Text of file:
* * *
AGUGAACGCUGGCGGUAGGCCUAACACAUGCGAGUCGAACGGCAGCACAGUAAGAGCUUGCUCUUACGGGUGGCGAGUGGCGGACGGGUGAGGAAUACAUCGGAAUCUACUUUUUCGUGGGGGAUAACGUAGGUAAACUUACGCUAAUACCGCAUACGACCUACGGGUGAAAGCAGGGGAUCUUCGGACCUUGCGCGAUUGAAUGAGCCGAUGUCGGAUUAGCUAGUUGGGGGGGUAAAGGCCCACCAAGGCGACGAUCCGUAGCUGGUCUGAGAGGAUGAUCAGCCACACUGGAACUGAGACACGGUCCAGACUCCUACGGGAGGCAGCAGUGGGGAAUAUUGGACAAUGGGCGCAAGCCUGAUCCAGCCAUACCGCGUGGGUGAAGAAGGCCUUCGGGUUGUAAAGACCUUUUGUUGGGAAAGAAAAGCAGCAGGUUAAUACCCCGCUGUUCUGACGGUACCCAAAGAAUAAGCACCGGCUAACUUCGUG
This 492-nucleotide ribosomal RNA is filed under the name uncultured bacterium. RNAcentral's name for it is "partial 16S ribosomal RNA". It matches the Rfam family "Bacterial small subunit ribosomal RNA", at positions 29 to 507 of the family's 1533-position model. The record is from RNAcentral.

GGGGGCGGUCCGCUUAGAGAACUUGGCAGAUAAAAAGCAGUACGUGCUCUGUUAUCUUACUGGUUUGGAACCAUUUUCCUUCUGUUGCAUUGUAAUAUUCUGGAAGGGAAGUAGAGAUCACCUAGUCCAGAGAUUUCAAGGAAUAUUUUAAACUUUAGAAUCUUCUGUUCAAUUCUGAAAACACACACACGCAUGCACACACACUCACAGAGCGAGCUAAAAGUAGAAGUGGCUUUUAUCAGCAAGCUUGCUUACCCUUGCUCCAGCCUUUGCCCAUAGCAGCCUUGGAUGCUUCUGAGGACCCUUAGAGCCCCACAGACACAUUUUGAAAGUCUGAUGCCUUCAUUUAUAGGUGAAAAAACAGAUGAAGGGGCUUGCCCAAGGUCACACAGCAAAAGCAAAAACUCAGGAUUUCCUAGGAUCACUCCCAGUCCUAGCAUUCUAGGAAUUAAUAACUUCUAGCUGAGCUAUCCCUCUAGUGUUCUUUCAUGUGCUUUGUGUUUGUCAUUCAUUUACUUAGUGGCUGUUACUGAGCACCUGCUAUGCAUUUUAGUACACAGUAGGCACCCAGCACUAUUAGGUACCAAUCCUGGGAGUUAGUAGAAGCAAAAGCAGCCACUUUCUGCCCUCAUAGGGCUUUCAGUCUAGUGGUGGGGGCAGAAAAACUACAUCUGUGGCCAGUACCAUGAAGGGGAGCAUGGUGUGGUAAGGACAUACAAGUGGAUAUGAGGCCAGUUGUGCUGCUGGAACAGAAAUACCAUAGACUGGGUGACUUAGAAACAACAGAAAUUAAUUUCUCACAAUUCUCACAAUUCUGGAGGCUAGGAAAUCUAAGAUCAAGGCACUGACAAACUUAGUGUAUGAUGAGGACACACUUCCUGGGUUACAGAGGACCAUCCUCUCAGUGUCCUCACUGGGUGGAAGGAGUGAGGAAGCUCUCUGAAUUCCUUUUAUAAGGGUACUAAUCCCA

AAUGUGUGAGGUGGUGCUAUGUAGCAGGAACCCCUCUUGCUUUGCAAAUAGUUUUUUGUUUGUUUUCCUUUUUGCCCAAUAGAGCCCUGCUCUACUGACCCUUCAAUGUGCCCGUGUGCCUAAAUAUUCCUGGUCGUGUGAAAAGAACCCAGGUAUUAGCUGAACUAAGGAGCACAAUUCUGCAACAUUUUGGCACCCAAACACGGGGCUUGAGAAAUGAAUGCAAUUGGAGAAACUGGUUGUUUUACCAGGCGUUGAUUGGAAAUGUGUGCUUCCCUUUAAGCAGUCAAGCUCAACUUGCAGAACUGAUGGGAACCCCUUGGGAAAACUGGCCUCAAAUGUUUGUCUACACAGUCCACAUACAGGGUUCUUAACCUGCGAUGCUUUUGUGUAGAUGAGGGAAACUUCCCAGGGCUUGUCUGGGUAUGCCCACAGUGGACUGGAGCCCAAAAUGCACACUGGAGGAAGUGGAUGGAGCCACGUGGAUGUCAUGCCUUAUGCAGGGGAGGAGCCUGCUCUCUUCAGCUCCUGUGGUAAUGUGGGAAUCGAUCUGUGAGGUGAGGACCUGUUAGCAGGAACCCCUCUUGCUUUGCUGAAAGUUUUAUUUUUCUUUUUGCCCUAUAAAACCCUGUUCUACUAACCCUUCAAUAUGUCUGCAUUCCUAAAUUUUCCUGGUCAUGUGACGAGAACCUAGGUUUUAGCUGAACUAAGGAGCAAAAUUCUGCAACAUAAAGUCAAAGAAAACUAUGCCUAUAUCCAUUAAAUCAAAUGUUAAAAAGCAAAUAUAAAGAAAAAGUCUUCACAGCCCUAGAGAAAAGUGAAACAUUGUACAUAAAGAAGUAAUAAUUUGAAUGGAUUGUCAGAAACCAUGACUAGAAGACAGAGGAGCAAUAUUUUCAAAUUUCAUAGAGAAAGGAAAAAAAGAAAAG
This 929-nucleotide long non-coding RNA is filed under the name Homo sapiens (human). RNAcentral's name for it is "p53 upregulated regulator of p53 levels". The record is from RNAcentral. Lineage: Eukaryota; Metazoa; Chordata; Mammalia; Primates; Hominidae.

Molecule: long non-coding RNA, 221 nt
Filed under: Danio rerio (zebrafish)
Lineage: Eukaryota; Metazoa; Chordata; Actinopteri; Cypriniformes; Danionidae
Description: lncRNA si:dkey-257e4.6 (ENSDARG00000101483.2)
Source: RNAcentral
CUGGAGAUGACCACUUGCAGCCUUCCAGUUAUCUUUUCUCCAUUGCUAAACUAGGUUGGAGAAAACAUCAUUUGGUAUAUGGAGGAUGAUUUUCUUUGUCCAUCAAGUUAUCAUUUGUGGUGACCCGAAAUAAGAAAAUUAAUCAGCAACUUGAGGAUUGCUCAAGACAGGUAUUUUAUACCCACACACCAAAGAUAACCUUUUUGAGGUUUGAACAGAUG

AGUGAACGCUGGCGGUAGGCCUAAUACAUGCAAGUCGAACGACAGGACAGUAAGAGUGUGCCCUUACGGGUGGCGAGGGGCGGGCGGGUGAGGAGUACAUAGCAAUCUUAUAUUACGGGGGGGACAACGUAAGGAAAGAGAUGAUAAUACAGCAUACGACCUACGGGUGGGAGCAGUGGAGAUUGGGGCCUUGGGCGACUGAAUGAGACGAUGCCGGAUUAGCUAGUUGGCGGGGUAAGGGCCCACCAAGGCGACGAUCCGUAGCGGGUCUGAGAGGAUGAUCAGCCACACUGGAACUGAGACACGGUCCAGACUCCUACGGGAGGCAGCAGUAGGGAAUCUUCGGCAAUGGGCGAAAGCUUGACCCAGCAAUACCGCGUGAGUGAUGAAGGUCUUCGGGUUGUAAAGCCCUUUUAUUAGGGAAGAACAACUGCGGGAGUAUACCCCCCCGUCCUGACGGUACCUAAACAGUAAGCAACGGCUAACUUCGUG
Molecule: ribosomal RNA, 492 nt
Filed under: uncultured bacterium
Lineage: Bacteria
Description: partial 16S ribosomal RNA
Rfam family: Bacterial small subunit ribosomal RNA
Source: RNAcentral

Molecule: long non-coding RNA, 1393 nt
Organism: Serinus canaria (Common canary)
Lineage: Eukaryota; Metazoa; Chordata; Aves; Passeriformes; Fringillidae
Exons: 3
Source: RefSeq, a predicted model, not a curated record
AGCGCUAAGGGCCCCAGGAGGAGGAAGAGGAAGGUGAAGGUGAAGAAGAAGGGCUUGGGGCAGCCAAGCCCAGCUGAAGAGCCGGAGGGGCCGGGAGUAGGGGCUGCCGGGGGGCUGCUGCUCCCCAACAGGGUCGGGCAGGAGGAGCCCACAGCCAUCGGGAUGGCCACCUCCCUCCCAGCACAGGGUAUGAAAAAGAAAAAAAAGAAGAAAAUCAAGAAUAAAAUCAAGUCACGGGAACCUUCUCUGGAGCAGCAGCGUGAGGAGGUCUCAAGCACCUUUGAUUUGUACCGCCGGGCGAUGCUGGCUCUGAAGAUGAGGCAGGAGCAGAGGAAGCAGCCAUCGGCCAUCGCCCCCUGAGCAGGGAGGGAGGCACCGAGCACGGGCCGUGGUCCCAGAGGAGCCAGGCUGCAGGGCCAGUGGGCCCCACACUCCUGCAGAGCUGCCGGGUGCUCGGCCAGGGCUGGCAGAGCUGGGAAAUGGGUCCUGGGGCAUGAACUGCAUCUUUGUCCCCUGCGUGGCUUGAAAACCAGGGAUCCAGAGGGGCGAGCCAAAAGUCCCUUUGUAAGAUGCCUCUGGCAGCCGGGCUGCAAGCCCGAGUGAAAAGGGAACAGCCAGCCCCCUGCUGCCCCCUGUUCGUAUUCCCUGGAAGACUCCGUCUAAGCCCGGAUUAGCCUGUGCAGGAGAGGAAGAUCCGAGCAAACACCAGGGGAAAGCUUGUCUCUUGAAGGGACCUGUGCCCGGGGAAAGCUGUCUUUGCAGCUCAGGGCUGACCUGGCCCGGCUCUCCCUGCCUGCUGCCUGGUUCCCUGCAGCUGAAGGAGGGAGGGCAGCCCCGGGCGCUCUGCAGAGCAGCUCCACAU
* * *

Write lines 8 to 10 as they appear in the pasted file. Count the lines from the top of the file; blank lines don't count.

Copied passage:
Lineage: Eukaryota; Metazoa; Chordata; Actinopteri; Cypriniformes; Danionidae
Description: lncRNA si:dkey-257e4.6 (ENSDARG00000101483.2)
Source: RNAcentral